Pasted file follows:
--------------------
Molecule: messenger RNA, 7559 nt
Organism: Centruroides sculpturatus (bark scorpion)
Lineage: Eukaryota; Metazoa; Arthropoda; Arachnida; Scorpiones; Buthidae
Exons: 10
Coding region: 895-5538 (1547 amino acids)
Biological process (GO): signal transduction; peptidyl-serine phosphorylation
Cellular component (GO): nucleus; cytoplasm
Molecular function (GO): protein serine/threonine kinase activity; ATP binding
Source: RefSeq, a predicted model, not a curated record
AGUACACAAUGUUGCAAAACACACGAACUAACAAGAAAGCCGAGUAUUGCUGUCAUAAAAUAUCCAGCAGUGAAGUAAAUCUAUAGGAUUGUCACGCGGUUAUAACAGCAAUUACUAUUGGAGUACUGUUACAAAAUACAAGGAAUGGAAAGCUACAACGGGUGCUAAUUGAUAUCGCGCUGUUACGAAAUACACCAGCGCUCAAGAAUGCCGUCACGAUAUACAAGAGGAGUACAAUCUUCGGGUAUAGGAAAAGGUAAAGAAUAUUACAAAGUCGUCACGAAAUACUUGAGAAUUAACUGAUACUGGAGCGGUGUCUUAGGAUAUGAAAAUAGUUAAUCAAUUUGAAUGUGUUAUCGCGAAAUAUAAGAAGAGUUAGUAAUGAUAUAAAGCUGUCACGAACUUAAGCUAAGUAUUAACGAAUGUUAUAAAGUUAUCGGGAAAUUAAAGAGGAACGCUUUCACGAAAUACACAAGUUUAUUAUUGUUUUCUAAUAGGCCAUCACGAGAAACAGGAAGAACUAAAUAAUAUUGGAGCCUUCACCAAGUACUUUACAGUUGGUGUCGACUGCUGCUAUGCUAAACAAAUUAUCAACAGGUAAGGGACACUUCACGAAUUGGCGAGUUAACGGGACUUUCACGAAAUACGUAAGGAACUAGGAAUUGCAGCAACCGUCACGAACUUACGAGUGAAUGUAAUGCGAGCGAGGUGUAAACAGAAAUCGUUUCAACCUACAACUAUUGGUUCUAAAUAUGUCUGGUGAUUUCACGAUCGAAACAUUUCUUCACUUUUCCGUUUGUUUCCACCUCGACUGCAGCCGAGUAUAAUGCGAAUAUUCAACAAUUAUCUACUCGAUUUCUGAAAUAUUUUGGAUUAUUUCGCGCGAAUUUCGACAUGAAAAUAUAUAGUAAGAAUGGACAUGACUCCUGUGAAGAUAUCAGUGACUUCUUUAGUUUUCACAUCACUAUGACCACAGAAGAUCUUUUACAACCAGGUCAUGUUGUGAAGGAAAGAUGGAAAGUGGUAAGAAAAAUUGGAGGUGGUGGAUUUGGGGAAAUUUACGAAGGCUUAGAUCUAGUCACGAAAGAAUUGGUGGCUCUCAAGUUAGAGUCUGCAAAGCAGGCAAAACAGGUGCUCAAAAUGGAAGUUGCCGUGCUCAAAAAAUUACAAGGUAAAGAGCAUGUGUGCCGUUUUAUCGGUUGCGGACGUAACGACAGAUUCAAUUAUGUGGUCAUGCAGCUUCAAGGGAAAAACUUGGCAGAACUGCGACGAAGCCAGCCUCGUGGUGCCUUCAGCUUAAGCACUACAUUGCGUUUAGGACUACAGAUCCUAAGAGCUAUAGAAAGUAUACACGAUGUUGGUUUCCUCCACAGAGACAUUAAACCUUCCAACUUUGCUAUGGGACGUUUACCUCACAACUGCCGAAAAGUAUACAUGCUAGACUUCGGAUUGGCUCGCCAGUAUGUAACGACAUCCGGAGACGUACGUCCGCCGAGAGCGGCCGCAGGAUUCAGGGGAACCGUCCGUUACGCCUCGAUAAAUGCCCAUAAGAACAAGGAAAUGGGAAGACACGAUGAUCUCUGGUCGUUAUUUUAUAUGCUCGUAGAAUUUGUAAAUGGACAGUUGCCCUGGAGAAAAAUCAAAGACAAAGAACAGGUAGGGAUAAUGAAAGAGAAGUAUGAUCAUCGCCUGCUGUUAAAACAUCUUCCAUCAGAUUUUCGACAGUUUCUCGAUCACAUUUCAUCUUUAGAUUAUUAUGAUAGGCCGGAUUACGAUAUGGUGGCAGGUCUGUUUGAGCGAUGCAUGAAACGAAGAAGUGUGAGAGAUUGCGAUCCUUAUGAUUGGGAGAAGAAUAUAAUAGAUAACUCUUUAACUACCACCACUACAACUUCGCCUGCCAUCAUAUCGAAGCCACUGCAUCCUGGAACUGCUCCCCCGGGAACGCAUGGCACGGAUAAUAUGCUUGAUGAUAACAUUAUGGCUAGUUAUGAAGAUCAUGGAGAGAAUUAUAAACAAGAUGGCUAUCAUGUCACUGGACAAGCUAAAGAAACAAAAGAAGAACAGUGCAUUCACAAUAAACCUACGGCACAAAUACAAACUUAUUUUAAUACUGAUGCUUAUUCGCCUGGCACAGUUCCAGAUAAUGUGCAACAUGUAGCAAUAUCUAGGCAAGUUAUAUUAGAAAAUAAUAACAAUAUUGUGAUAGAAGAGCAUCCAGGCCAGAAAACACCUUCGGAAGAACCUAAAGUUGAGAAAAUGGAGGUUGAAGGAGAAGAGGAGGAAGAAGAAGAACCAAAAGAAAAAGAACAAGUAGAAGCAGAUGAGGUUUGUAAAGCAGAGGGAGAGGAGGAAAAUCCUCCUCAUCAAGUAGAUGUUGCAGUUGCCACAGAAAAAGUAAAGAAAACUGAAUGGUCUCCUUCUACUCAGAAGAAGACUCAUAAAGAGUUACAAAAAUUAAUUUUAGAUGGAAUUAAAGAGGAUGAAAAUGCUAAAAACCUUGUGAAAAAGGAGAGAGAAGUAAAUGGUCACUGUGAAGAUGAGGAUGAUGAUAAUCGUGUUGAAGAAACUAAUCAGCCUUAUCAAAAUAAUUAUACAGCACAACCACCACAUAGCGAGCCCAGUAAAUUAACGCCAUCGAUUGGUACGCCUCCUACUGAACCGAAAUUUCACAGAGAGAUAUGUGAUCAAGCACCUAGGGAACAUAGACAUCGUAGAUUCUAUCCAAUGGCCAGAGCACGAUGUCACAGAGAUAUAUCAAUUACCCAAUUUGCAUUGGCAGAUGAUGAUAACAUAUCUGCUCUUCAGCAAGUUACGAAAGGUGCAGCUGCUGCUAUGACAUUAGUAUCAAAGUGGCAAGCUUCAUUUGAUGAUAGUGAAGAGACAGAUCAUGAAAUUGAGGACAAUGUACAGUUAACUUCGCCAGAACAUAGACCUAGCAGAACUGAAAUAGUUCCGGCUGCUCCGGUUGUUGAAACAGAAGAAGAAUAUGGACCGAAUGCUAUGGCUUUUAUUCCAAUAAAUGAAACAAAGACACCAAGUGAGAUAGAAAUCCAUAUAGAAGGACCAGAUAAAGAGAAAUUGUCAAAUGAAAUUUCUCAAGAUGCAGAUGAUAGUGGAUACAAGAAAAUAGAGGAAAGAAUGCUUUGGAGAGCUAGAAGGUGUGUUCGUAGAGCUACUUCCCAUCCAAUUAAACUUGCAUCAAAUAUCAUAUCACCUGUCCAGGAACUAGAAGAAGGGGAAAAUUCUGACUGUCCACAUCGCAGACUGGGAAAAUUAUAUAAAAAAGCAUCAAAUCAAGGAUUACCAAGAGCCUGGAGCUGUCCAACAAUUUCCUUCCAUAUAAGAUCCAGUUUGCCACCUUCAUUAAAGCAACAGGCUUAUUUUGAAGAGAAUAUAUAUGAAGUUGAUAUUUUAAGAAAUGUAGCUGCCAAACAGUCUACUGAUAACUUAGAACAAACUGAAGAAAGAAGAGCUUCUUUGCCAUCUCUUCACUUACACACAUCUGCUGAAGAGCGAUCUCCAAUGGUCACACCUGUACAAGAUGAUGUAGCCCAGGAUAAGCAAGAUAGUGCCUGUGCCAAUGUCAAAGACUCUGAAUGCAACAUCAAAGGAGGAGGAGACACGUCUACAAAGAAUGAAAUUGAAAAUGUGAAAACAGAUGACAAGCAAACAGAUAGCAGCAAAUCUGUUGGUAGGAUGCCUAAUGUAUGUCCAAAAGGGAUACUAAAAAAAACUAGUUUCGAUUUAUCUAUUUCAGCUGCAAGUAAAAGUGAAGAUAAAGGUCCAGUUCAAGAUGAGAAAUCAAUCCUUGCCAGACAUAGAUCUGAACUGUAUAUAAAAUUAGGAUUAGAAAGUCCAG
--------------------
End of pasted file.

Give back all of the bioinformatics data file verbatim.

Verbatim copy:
Molecule: messenger RNA, 7559 nt
Organism: Centruroides sculpturatus (bark scorpion)
Lineage: Eukaryota; Metazoa; Arthropoda; Arachnida; Scorpiones; Buthidae
Exons: 10
Coding region: 895-5538 (1547 amino acids)
Biological process (GO): signal transduction; peptidyl-serine phosphorylation
Cellular component (GO): nucleus; cytoplasm
Molecular function (GO): protein serine/threonine kinase activity; ATP binding
Source: RefSeq, a predicted model, not a curated record
AGUACACAAUGUUGCAAAACACACGAACUAACAAGAAAGCCGAGUAUUGCUGUCAUAAAAUAUCCAGCAGUGAAGUAAAUCUAUAGGAUUGUCACGCGGUUAUAACAGCAAUUACUAUUGGAGUACUGUUACAAAAUACAAGGAAUGGAAAGCUACAACGGGUGCUAAUUGAUAUCGCGCUGUUACGAAAUACACCAGCGCUCAAGAAUGCCGUCACGAUAUACAAGAGGAGUACAAUCUUCGGGUAUAGGAAAAGGUAAAGAAUAUUACAAAGUCGUCACGAAAUACUUGAGAAUUAACUGAUACUGGAGCGGUGUCUUAGGAUAUGAAAAUAGUUAAUCAAUUUGAAUGUGUUAUCGCGAAAUAUAAGAAGAGUUAGUAAUGAUAUAAAGCUGUCACGAACUUAAGCUAAGUAUUAACGAAUGUUAUAAAGUUAUCGGGAAAUUAAAGAGGAACGCUUUCACGAAAUACACAAGUUUAUUAUUGUUUUCUAAUAGGCCAUCACGAGAAACAGGAAGAACUAAAUAAUAUUGGAGCCUUCACCAAGUACUUUACAGUUGGUGUCGACUGCUGCUAUGCUAAACAAAUUAUCAACAGGUAAGGGACACUUCACGAAUUGGCGAGUUAACGGGACUUUCACGAAAUACGUAAGGAACUAGGAAUUGCAGCAACCGUCACGAACUUACGAGUGAAUGUAAUGCGAGCGAGGUGUAAACAGAAAUCGUUUCAACCUACAACUAUUGGUUCUAAAUAUGUCUGGUGAUUUCACGAUCGAAACAUUUCUUCACUUUUCCGUUUGUUUCCACCUCGACUGCAGCCGAGUAUAAUGCGAAUAUUCAACAAUUAUCUACUCGAUUUCUGAAAUAUUUUGGAUUAUUUCGCGCGAAUUUCGACAUGAAAAUAUAUAGUAAGAAUGGACAUGACUCCUGUGAAGAUAUCAGUGACUUCUUUAGUUUUCACAUCACUAUGACCACAGAAGAUCUUUUACAACCAGGUCAUGUUGUGAAGGAAAGAUGGAAAGUGGUAAGAAAAAUUGGAGGUGGUGGAUUUGGGGAAAUUUACGAAGGCUUAGAUCUAGUCACGAAAGAAUUGGUGGCUCUCAAGUUAGAGUCUGCAAAGCAGGCAAAACAGGUGCUCAAAAUGGAAGUUGCCGUGCUCAAAAAAUUACAAGGUAAAGAGCAUGUGUGCCGUUUUAUCGGUUGCGGACGUAACGACAGAUUCAAUUAUGUGGUCAUGCAGCUUCAAGGGAAAAACUUGGCAGAACUGCGACGAAGCCAGCCUCGUGGUGCCUUCAGCUUAAGCACUACAUUGCGUUUAGGACUACAGAUCCUAAGAGCUAUAGAAAGUAUACACGAUGUUGGUUUCCUCCACAGAGACAUUAAACCUUCCAACUUUGCUAUGGGACGUUUACCUCACAACUGCCGAAAAGUAUACAUGCUAGACUUCGGAUUGGCUCGCCAGUAUGUAACGACAUCCGGAGACGUACGUCCGCCGAGAGCGGCCGCAGGAUUCAGGGGAACCGUCCGUUACGCCUCGAUAAAUGCCCAUAAGAACAAGGAAAUGGGAAGACACGAUGAUCUCUGGUCGUUAUUUUAUAUGCUCGUAGAAUUUGUAAAUGGACAGUUGCCCUGGAGAAAAAUCAAAGACAAAGAACAGGUAGGGAUAAUGAAAGAGAAGUAUGAUCAUCGCCUGCUGUUAAAACAUCUUCCAUCAGAUUUUCGACAGUUUCUCGAUCACAUUUCAUCUUUAGAUUAUUAUGAUAGGCCGGAUUACGAUAUGGUGGCAGGUCUGUUUGAGCGAUGCAUGAAACGAAGAAGUGUGAGAGAUUGCGAUCCUUAUGAUUGGGAGAAGAAUAUAAUAGAUAACUCUUUAACUACCACCACUACAACUUCGCCUGCCAUCAUAUCGAAGCCACUGCAUCCUGGAACUGCUCCCCCGGGAACGCAUGGCACGGAUAAUAUGCUUGAUGAUAACAUUAUGGCUAGUUAUGAAGAUCAUGGAGAGAAUUAUAAACAAGAUGGCUAUCAUGUCACUGGACAAGCUAAAGAAACAAAAGAAGAACAGUGCAUUCACAAUAAACCUACGGCACAAAUACAAACUUAUUUUAAUACUGAUGCUUAUUCGCCUGGCACAGUUCCAGAUAAUGUGCAACAUGUAGCAAUAUCUAGGCAAGUUAUAUUAGAAAAUAAUAACAAUAUUGUGAUAGAAGAGCAUCCAGGCCAGAAAACACCUUCGGAAGAACCUAAAGUUGAGAAAAUGGAGGUUGAAGGAGAAGAGGAGGAAGAAGAAGAACCAAAAGAAAAAGAACAAGUAGAAGCAGAUGAGGUUUGUAAAGCAGAGGGAGAGGAGGAAAAUCCUCCUCAUCAAGUAGAUGUUGCAGUUGCCACAGAAAAAGUAAAGAAAACUGAAUGGUCUCCUUCUACUCAGAAGAAGACUCAUAAAGAGUUACAAAAAUUAAUUUUAGAUGGAAUUAAAGAGGAUGAAAAUGCUAAAAACCUUGUGAAAAAGGAGAGAGAAGUAAAUGGUCACUGUGAAGAUGAGGAUGAUGAUAAUCGUGUUGAAGAAACUAAUCAGCCUUAUCAAAAUAAUUAUACAGCACAACCACCACAUAGCGAGCCCAGUAAAUUAACGCCAUCGAUUGGUACGCCUCCUACUGAACCGAAAUUUCACAGAGAGAUAUGUGAUCAAGCACCUAGGGAACAUAGACAUCGUAGAUUCUAUCCAAUGGCCAGAGCACGAUGUCACAGAGAUAUAUCAAUUACCCAAUUUGCAUUGGCAGAUGAUGAUAACAUAUCUGCUCUUCAGCAAGUUACGAAAGGUGCAGCUGCUGCUAUGACAUUAGUAUCAAAGUGGCAAGCUUCAUUUGAUGAUAGUGAAGAGACAGAUCAUGAAAUUGAGGACAAUGUACAGUUAACUUCGCCAGAACAUAGACCUAGCAGAACUGAAAUAGUUCCGGCUGCUCCGGUUGUUGAAACAGAAGAAGAAUAUGGACCGAAUGCUAUGGCUUUUAUUCCAAUAAAUGAAACAAAGACACCAAGUGAGAUAGAAAUCCAUAUAGAAGGACCAGAUAAAGAGAAAUUGUCAAAUGAAAUUUCUCAAGAUGCAGAUGAUAGUGGAUACAAGAAAAUAGAGGAAAGAAUGCUUUGGAGAGCUAGAAGGUGUGUUCGUAGAGCUACUUCCCAUCCAAUUAAACUUGCAUCAAAUAUCAUAUCACCUGUCCAGGAACUAGAAGAAGGGGAAAAUUCUGACUGUCCACAUCGCAGACUGGGAAAAUUAUAUAAAAAAGCAUCAAAUCAAGGAUUACCAAGAGCCUGGAGCUGUCCAACAAUUUCCUUCCAUAUAAGAUCCAGUUUGCCACCUUCAUUAAAGCAACAGGCUUAUUUUGAAGAGAAUAUAUAUGAAGUUGAUAUUUUAAGAAAUGUAGCUGCCAAACAGUCUACUGAUAACUUAGAACAAACUGAAGAAAGAAGAGCUUCUUUGCCAUCUCUUCACUUACACACAUCUGCUGAAGAGCGAUCUCCAAUGGUCACACCUGUACAAGAUGAUGUAGCCCAGGAUAAGCAAGAUAGUGCCUGUGCCAAUGUCAAAGACUCUGAAUGCAACAUCAAAGGAGGAGGAGACACGUCUACAAAGAAUGAAAUUGAAAAUGUGAAAACAGAUGACAAGCAAACAGAUAGCAGCAAAUCUGUUGGUAGGAUGCCUAAUGUAUGUCCAAAAGGGAUACUAAAAAAAACUAGUUUCGAUUUAUCUAUUUCAGCUGCAAGUAAAAGUGAAGAUAAAGGUCCAGUUCAAGAUGAGAAAUCAAUCCUUGCCAGACAUAGAUCUGAACUGUAUAUAAAAUUAGGAUUAGAAAGUCCAG